Democrats were feeling good early on last night.
Cindy Axne and Abby Finkenauer had both made history in their congressional victories. J.D. Scholten was actually leading Steve King. Democrats swept a series of Iowa House races in the Des Moines suburbs. Fred Hubbell jumped out to a big lead when Polk County came in fast.
But as the evening wore on, the mood soured. Kim Reynolds picked up steam as rural counties reported, and she started winning a handful of blue-collar Eastern Iowa counties that Democrats needed to hold. Eventually, she won.
Many Democrats were stunned that both Finkenauer and Axne could win hard-fought, competitive races and Hubbell would still lose. That would take a lot of split-ticket voting to produce that result.
And that’s exactly what happened. Starting Line will do deeper dives into all of these results, but let’s start off with a story about the most shocking number from election night: 88,777.
That’s the difference in the margin of votes cast in Democrats’ favor for the congressional races over the governor’s race.
Here’s how the votes broke down for each party’s congressional candidate in those races (these numbers are from the Secretary of State’s website as of Wednesday just before noon):
Abby Finkenauer, Dave Loebsack, Cindy Axne and J.D. Scholten combined for a 49,153 vote lead over the combined votes for Rod Blum, Chris Peters, David Young and Steve King.
Now here’s the final statewide totals for the governor’s race and how they compare:
|Diff from Congressonal||-33,970||54,807|
That’s a net swing of 88,777 votes to the Republicans from the congressionals to the gubernatorial.
Of course, for those following Iowa politics at all, that’s not necessarily a fair reflection on how Hubbell did. Peters had a poorly-funded campaign in the 2nd District, so Loebsack was always going to over-perform there (as he typically does). And King’s free-fall in the final weeks of the campaign meant that Scholten was likely to pick up way more votes in the 4th District than the rest of the ticket. The congressional candidates were pretty much certain to win more votes, but the final number is noteworthy.
What this does show is just how many ticket splitters were out there in Iowa this year for some of the biggest races. That’s fascinating, and has implications for lots of state races going forward.
I totaled up the specific county numbers in the 1st District to see the difference between Finkenauer and Hubbell. Since the 1st District was a tight contest between Finkenauer and Blum, that might reveal some interesting early trends.
Here’s their vote totals by county (if this doesn’t show up properly, you can view the spreadsheet online here):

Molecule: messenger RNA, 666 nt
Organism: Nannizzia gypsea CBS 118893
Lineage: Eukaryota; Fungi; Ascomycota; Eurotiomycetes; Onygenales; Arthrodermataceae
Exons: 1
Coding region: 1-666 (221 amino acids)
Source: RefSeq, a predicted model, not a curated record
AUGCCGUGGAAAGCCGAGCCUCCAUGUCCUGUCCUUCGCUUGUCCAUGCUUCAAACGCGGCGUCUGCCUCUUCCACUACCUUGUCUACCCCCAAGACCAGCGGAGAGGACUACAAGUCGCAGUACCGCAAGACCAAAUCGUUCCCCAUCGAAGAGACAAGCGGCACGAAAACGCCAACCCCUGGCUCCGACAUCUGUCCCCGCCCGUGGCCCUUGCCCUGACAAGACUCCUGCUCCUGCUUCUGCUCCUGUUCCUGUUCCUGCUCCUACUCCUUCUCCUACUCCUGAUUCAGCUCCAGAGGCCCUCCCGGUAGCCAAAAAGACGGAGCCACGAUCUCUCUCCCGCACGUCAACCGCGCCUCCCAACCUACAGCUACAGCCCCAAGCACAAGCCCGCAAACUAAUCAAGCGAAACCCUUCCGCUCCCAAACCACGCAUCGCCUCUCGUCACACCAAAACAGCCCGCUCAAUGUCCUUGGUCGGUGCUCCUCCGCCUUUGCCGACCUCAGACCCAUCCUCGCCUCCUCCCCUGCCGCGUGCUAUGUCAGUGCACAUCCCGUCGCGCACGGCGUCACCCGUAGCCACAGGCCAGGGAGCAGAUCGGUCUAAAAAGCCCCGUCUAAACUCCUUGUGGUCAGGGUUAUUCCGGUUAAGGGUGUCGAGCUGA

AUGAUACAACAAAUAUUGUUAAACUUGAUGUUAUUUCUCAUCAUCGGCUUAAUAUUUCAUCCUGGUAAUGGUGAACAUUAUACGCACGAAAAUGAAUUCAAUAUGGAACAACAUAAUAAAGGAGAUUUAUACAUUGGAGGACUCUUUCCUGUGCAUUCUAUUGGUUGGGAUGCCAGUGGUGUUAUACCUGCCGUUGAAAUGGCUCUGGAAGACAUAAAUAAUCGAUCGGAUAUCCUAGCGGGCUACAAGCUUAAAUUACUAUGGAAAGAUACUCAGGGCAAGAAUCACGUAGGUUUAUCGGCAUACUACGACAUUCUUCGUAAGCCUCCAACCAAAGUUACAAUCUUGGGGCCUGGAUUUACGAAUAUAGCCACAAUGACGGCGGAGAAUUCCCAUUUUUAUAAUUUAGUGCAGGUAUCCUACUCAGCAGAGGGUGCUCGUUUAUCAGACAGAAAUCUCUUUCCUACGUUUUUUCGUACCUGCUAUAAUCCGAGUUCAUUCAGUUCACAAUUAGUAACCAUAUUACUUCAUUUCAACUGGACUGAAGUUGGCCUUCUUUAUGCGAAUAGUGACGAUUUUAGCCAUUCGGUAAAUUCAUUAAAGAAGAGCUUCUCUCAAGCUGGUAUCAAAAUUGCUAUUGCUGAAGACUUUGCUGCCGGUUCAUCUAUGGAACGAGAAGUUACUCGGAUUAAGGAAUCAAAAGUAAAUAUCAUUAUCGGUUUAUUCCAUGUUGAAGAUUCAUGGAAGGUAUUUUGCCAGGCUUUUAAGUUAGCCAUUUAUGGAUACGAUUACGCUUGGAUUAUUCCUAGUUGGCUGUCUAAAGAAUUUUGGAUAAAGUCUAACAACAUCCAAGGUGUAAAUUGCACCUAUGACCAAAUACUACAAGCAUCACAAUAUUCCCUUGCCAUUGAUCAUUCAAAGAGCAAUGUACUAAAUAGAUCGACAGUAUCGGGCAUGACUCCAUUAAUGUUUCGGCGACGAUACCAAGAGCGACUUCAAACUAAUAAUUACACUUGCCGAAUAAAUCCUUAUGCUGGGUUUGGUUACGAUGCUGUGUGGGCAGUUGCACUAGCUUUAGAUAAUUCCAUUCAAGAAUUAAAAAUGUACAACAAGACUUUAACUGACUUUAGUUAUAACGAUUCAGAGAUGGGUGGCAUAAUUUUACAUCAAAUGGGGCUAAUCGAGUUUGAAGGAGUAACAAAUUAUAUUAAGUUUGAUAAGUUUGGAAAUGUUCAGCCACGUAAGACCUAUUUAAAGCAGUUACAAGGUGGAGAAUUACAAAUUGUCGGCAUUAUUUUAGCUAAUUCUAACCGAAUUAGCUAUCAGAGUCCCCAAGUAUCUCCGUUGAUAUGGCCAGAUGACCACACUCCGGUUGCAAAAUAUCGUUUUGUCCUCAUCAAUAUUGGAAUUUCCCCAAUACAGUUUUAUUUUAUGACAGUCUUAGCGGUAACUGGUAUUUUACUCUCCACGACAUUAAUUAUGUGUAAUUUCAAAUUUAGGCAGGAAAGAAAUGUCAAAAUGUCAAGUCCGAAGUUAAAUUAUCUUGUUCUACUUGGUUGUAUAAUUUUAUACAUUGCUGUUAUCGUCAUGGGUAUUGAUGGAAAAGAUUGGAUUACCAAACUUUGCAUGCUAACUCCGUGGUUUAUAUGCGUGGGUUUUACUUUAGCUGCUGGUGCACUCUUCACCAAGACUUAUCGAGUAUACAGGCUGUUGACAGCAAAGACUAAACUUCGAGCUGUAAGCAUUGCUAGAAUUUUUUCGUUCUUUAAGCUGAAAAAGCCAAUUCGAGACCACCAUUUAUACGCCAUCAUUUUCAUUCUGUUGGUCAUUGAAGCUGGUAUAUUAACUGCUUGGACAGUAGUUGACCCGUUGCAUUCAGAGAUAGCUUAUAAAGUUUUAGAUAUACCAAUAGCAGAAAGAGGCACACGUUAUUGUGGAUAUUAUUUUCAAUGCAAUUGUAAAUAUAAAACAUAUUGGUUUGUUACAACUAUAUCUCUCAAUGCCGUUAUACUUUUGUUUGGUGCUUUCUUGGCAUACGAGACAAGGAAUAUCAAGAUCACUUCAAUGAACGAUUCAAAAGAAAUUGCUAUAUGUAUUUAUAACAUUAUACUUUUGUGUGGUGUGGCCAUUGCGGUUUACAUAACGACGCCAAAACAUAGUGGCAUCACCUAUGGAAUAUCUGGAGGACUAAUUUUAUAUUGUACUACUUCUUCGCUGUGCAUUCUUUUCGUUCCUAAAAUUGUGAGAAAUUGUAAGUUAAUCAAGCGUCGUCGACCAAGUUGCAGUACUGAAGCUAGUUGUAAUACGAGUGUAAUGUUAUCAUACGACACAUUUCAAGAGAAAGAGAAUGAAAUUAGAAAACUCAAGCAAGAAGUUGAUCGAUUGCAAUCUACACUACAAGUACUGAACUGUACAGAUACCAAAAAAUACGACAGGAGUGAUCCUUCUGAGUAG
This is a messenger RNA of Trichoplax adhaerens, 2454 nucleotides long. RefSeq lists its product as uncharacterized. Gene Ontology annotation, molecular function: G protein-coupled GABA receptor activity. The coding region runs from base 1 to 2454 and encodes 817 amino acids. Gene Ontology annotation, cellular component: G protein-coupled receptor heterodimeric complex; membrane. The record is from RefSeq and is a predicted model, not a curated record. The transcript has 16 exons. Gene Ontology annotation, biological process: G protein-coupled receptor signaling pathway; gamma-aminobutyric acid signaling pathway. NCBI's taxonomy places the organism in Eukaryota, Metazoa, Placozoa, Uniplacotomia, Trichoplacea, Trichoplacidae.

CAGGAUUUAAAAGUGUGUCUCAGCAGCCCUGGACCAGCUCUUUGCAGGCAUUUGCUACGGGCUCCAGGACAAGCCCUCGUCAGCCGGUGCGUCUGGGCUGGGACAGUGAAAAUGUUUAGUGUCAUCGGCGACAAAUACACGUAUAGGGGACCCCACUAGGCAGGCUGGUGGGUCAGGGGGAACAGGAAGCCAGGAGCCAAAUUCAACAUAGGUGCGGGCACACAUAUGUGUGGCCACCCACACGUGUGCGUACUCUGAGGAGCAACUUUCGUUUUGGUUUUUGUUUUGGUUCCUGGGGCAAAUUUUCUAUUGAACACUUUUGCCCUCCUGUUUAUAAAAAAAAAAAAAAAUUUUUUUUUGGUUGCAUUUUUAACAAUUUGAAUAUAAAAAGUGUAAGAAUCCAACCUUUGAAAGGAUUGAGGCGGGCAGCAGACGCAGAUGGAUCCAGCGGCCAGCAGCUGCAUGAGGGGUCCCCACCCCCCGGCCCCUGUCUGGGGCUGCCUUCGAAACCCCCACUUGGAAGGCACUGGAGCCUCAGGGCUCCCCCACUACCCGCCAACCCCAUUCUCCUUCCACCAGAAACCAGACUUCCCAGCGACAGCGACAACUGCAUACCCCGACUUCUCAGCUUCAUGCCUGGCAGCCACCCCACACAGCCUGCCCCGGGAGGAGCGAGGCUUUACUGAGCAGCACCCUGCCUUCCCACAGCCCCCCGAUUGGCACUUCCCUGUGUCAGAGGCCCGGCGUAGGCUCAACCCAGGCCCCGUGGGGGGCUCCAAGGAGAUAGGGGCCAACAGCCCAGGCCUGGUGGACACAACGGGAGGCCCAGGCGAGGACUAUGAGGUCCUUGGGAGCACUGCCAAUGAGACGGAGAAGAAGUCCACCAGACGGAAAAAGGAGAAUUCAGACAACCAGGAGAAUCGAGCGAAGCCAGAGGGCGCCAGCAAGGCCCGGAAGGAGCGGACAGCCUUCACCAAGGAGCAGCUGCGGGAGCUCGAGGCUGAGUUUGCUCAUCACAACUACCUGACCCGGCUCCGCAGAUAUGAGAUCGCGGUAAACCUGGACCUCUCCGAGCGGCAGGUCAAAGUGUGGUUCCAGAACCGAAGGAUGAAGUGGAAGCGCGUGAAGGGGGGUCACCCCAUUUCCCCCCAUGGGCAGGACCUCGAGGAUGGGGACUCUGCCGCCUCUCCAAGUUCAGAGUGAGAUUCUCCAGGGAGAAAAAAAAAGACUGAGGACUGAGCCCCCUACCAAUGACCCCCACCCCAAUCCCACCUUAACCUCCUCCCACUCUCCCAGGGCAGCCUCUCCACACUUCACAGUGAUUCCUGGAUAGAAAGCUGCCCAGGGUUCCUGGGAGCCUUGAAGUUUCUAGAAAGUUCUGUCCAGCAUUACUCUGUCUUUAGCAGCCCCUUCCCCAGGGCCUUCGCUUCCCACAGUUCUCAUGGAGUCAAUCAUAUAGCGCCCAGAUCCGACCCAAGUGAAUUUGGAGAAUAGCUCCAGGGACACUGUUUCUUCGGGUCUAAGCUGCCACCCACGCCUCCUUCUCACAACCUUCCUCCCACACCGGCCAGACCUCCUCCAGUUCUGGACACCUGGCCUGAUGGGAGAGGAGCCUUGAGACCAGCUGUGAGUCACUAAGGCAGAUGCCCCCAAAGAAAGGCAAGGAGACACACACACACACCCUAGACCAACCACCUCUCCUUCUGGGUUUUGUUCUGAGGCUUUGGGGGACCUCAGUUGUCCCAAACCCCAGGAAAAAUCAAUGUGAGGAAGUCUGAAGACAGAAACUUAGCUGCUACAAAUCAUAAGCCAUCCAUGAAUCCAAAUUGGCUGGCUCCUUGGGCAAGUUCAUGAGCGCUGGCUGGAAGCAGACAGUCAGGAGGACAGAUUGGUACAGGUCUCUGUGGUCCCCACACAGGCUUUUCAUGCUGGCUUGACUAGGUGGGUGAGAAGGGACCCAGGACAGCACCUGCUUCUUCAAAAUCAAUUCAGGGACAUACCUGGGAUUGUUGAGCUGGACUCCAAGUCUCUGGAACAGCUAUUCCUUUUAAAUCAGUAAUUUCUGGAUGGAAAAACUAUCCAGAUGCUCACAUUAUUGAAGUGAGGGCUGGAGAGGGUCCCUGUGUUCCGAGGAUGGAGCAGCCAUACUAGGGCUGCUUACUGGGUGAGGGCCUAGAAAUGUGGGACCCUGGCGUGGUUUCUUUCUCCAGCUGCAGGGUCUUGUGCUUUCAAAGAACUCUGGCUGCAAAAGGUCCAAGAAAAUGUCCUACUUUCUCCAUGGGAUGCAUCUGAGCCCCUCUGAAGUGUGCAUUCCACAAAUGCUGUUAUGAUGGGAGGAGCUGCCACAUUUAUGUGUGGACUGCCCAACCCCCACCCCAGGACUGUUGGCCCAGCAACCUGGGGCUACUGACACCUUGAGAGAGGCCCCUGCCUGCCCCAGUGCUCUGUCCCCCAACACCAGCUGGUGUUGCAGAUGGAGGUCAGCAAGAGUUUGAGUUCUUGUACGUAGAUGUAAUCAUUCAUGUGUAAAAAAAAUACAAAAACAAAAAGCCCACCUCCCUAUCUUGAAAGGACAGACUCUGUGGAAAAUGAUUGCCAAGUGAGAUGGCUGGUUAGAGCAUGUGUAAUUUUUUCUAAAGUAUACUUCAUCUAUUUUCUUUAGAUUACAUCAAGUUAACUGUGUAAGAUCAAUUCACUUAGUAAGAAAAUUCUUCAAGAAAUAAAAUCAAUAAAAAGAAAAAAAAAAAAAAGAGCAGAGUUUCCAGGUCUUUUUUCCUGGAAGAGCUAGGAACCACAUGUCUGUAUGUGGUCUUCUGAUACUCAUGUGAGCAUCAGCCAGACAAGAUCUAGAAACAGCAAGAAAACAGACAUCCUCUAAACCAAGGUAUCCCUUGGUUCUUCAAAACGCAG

|Blum||Finkenauer||Reynolds||Hubbell||Reynolds Diff||Hubbell Diff|
Overall, Hubbell got 5,307 fewer votes than Finkenauer, while Reynolds racked up 8,456 more votes than Blum. Hubbell only did better in Marshall and Poweshiek counties, but that is almost certainly due to media markets. Those are the only two counties that fall in the Des Moines media market; all of the 1st District TV ads ran in the Cedar Rapids media market.
Now, Hubbell did take some sizable hits in Dubuque and Linn counties when you look at just raw votes. That doesn’t tell the whole story, though, as he actually came close to Finkenauer’s percentages there. For example, Finkenauer took 57% of the vote in Linn County; Hubbell had 55% there.
Let’s look at the counties based on percentages of the vote, sorted by the counties that Hubbell fell behind Finkenauer the worst in:
|Hubbell % Diff||Blum %||Abby %||Reynolds %||Hubbell %|
It was largely the counties in the rural northeast part of the district that Hubbell underperformed Finkenauer by percentage of the vote the most. Many of those counties, including Howard and Allamakee, were some of those places where Republicans saw the largest swings to them with Trump in the entire country back in 2016.
Hubbell fell behind in Dubuque, though that’s also Finkenauer’s home county and where her state legislative district is (yes, it’s Blum’s home too, but it always seemed like Finkenauer got a better advantage out of it). But Hubbell stayed pretty close with Finkenauer’s percentages in the two other large counties of Black Hawk and Linn.
So, that’s how Hubbell lost while the congressionals won by the numbers. But why did that happen?
That’s a more subjective question to which we may not know the exact answer, but we can take some guesses. Among them could be:
- Voters wanted a check on Trump, but thought Iowa was generally on the right track.
- Reynolds’ closing TV ads were more effective.
- Outside GOP groups’ ads that attacked Finkenauer and Axne were so over-the-top that they backfired. The governor’s race didn’t have as incendiary of ads.
- Voters wanted to elect more women.
- The Democratic congressional candidates were better at exciting voters.
- The lack of straight-ticket voting cut down on waves for either party.
There’s probably a lot more reasons, all of which played small parts here and there to come together for last night’s results. When we get to drill down into precinct-level data, we may be able to make better-informed guesses. For now, this gives at least some sense of how it all happened.
Starting Line will dig into more election results as the week continues (after I catch up on some sleep).
by Pat Rynard